Updates vs Changes
Great example. Here’s my attempt at visualizing this.
With a generic updates (no comparison specified), when any value comes in, the ‘updates’ trigger would be fired.
But with a generic changes (no comparison specified), the new value would have to be different than the previous value for the trigger to fire.
On Transition Only
The same type of logic applies when the ‘On Transition Only’ option is selected for a trigger that has a comparison configured.
Regular (On Transition Only: ☐, unchecked)
The trigger would fire any time a value came in that matched the configured comparison.
On Transition Only: ✓ (checked)
The trigger would only fire the first time the trigger evaluated to true. If new events came in and the trigger continued to evaluate to true, the trigger would not fire again. A value would have to be received where the trigger is not true for it to ‘exit’, then a new value would have to come in that evaluates true again before an ‘On Transition Only’ would fire again.
TLDR: The ‘On Transition Only’ will only trigger when the event value first transitions to the configured state. It won’t trigger again until the event value transitions out of the configured state.
Step-by-Step Timeline Description (tap to expand)
At t0, the value was 74 which is below the configured threshold so the rule is not triggered.
Then at t1, the reported value was 75 which is
>74, so the rule would have been triggered under either the ‘On Transition Only’ or the regular trigger.
At t2, we see the benefit of the ‘On Transition Only’ setting.
- With the regular trigger, the new event would have evaluated and the rule would have seen it as
>74 and triggered the rule to run again.
- But with ‘On Transition Only’, the rule would have known that it had already been triggered on a previous change to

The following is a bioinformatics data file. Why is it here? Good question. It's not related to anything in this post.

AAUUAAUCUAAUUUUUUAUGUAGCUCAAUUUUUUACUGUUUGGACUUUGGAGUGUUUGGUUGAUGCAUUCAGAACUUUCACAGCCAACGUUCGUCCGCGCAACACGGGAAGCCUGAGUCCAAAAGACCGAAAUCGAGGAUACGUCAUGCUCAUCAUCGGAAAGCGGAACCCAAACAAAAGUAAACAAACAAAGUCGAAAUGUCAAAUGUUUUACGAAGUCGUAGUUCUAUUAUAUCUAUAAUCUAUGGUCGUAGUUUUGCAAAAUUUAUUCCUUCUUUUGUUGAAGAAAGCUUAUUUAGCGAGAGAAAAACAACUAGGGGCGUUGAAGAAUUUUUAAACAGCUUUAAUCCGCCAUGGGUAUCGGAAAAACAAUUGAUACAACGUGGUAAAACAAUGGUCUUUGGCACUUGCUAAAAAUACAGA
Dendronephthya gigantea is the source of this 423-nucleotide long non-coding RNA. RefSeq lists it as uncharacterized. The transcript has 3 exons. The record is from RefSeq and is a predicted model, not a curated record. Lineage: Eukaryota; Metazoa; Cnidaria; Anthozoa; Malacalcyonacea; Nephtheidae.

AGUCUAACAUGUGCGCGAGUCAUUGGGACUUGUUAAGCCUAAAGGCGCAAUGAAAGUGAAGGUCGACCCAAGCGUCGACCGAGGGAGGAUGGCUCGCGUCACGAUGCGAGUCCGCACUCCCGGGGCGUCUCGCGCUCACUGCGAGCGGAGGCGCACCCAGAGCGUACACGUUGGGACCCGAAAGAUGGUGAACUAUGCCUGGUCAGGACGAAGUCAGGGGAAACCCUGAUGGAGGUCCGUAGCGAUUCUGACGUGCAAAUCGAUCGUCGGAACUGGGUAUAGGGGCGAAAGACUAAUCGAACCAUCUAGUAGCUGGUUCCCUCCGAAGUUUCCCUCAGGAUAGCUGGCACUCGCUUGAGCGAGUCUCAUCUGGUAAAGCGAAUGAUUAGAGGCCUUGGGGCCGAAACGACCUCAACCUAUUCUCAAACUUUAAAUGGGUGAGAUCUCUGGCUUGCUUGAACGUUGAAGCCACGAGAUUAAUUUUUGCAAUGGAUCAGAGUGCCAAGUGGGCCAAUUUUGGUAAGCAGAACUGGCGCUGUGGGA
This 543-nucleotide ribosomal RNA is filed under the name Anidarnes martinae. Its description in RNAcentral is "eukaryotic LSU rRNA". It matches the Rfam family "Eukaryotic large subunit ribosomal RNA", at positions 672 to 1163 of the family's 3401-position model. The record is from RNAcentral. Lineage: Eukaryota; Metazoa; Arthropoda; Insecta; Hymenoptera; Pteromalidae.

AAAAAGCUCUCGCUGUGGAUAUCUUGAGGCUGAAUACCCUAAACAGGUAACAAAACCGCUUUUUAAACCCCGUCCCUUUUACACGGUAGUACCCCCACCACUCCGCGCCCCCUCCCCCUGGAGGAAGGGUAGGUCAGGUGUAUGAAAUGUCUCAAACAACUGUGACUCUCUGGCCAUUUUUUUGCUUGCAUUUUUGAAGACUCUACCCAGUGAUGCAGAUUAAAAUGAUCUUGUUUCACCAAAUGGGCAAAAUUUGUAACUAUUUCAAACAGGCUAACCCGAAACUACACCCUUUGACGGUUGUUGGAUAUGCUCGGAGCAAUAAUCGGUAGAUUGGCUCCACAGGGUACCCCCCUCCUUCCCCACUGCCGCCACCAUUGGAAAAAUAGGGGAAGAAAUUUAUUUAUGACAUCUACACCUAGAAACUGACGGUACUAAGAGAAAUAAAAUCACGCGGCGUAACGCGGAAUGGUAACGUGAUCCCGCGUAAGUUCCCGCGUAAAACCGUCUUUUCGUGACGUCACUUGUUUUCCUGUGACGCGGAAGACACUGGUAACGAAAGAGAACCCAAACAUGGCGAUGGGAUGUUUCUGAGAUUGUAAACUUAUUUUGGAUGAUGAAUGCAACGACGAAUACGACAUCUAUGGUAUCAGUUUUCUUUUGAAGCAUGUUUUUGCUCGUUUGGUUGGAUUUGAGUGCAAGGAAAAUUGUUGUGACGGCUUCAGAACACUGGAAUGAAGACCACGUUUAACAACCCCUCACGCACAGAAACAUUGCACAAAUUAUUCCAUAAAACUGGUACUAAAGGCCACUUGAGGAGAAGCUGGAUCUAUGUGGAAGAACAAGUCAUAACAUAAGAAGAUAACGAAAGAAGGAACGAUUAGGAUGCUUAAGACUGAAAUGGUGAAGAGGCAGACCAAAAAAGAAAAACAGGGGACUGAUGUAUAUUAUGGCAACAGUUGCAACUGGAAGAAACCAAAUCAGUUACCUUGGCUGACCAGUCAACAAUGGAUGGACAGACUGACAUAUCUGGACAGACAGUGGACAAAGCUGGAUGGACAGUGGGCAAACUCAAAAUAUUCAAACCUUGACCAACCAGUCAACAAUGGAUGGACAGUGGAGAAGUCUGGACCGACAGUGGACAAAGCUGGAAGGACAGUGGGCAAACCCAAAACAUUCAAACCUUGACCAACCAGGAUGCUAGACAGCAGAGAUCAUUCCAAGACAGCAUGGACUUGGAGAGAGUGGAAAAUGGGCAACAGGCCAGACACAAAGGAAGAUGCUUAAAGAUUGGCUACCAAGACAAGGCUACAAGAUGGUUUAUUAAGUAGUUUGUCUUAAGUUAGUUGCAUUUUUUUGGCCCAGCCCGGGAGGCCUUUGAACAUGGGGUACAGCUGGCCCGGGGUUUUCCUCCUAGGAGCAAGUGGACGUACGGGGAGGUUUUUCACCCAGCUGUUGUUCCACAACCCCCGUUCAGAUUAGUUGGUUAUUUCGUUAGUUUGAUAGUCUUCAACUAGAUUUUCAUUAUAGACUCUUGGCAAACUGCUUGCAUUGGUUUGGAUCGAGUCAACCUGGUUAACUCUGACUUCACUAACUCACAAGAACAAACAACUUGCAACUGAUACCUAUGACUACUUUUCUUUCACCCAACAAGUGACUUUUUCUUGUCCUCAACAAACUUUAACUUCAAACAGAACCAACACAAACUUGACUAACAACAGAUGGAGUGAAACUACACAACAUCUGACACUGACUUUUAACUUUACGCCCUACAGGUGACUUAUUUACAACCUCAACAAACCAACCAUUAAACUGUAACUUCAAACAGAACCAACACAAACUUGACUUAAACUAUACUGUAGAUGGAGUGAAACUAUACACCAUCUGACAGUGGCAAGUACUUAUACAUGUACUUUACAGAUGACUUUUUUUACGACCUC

>74 and it had remained above 74, so it does not need to trigger again.
At t3, the new event value is below 74 and the trigger condition is not met, so neither configuration is triggered.
- Behind the scenes, the On Transition Only is internally reset at this point. It flags itself as the trigger not being matched, so the next time an event comes in that is matched, the system will know it’s a change in the trigger state.
At t4, the new value is
>74, so the rule is triggered in either configuration.
- Regular Trigger: triggered any time the received event value matches the configuration
- On Transition Only: per the
t3 notes, the system knows that the last event did not match the trigger configuration, and it knows that this new value is
>74, so the rule is triggered.
At t5, the same logic as
t2 applies. The regular trigger, is always triggered when it’s configured condition is met. And the On Transition Only, knows that it was already triggered and since the received events stayed triggered, it doesn’t need to trigger again.
The same type of language is used with these triggers as well (‘updates’ vs ‘changes’). The regular trigger would read:
…temperature updates and is greater than 74
And if you ticked the box for ‘On Transition Only’, the trigger would read:
…temperature changes to greater than 74